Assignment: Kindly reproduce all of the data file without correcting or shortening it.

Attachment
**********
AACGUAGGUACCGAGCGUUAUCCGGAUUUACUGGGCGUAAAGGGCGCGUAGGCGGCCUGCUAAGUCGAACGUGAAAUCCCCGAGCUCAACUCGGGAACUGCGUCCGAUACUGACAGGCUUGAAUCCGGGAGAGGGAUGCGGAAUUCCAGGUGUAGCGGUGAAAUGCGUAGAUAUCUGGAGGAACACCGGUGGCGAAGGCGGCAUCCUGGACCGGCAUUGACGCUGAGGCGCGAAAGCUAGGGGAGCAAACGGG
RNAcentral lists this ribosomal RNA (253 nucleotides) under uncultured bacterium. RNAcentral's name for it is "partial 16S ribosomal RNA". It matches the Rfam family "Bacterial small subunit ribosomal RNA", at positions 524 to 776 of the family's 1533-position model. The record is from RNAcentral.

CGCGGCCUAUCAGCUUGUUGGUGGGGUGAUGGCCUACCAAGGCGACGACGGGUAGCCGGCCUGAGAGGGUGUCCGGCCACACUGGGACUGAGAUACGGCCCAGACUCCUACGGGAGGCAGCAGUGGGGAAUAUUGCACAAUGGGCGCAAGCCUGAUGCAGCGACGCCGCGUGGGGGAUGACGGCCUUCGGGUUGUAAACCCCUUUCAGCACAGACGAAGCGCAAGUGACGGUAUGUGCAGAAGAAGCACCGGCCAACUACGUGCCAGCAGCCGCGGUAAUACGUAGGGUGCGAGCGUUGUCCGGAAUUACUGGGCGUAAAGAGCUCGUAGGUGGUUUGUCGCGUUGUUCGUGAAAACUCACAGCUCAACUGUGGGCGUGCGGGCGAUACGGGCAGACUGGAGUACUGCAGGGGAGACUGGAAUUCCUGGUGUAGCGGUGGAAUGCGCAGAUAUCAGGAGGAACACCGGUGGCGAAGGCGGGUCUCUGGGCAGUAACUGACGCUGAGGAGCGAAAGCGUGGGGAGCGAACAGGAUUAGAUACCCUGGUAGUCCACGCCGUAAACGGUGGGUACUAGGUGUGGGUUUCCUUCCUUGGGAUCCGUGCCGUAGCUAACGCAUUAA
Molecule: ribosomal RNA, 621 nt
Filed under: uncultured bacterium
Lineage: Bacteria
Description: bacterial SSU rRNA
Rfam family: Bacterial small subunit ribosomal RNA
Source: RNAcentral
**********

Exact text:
AACGUAGGUACCGAGCGUUAUCCGGAUUUACUGGGCGUAAAGGGCGCGUAGGCGGCCUGCUAAGUCGAACGUGAAAUCCCCGAGCUCAACUCGGGAACUGCGUCCGAUACUGACAGGCUUGAAUCCGGGAGAGGGAUGCGGAAUUCCAGGUGUAGCGGUGAAAUGCGUAGAUAUCUGGAGGAACACCGGUGGCGAAGGCGGCAUCCUGGACCGGCAUUGACGCUGAGGCGCGAAAGCUAGGGGAGCAAACGGG
RNAcentral lists this ribosomal RNA (253 nucleotides) under uncultured bacterium. RNAcentral's name for it is "partial 16S ribosomal RNA". It matches the Rfam family "Bacterial small subunit ribosomal RNA", at positions 524 to 776 of the family's 1533-position model. The record is from RNAcentral.

CGCGGCCUAUCAGCUUGUUGGUGGGGUGAUGGCCUACCAAGGCGACGACGGGUAGCCGGCCUGAGAGGGUGUCCGGCCACACUGGGACUGAGAUACGGCCCAGACUCCUACGGGAGGCAGCAGUGGGGAAUAUUGCACAAUGGGCGCAAGCCUGAUGCAGCGACGCCGCGUGGGGGAUGACGGCCUUCGGGUUGUAAACCCCUUUCAGCACAGACGAAGCGCAAGUGACGGUAUGUGCAGAAGAAGCACCGGCCAACUACGUGCCAGCAGCCGCGGUAAUACGUAGGGUGCGAGCGUUGUCCGGAAUUACUGGGCGUAAAGAGCUCGUAGGUGGUUUGUCGCGUUGUUCGUGAAAACUCACAGCUCAACUGUGGGCGUGCGGGCGAUACGGGCAGACUGGAGUACUGCAGGGGAGACUGGAAUUCCUGGUGUAGCGGUGGAAUGCGCAGAUAUCAGGAGGAACACCGGUGGCGAAGGCGGGUCUCUGGGCAGUAACUGACGCUGAGGAGCGAAAGCGUGGGGAGCGAACAGGAUUAGAUACCCUGGUAGUCCACGCCGUAAACGGUGGGUACUAGGUGUGGGUUUCCUUCCUUGGGAUCCGUGCCGUAGCUAACGCAUUAA
Molecule: ribosomal RNA, 621 nt
Filed under: uncultured bacterium
Lineage: Bacteria
Description: bacterial SSU rRNA
Rfam family: Bacterial small subunit ribosomal RNA
Source: RNAcentral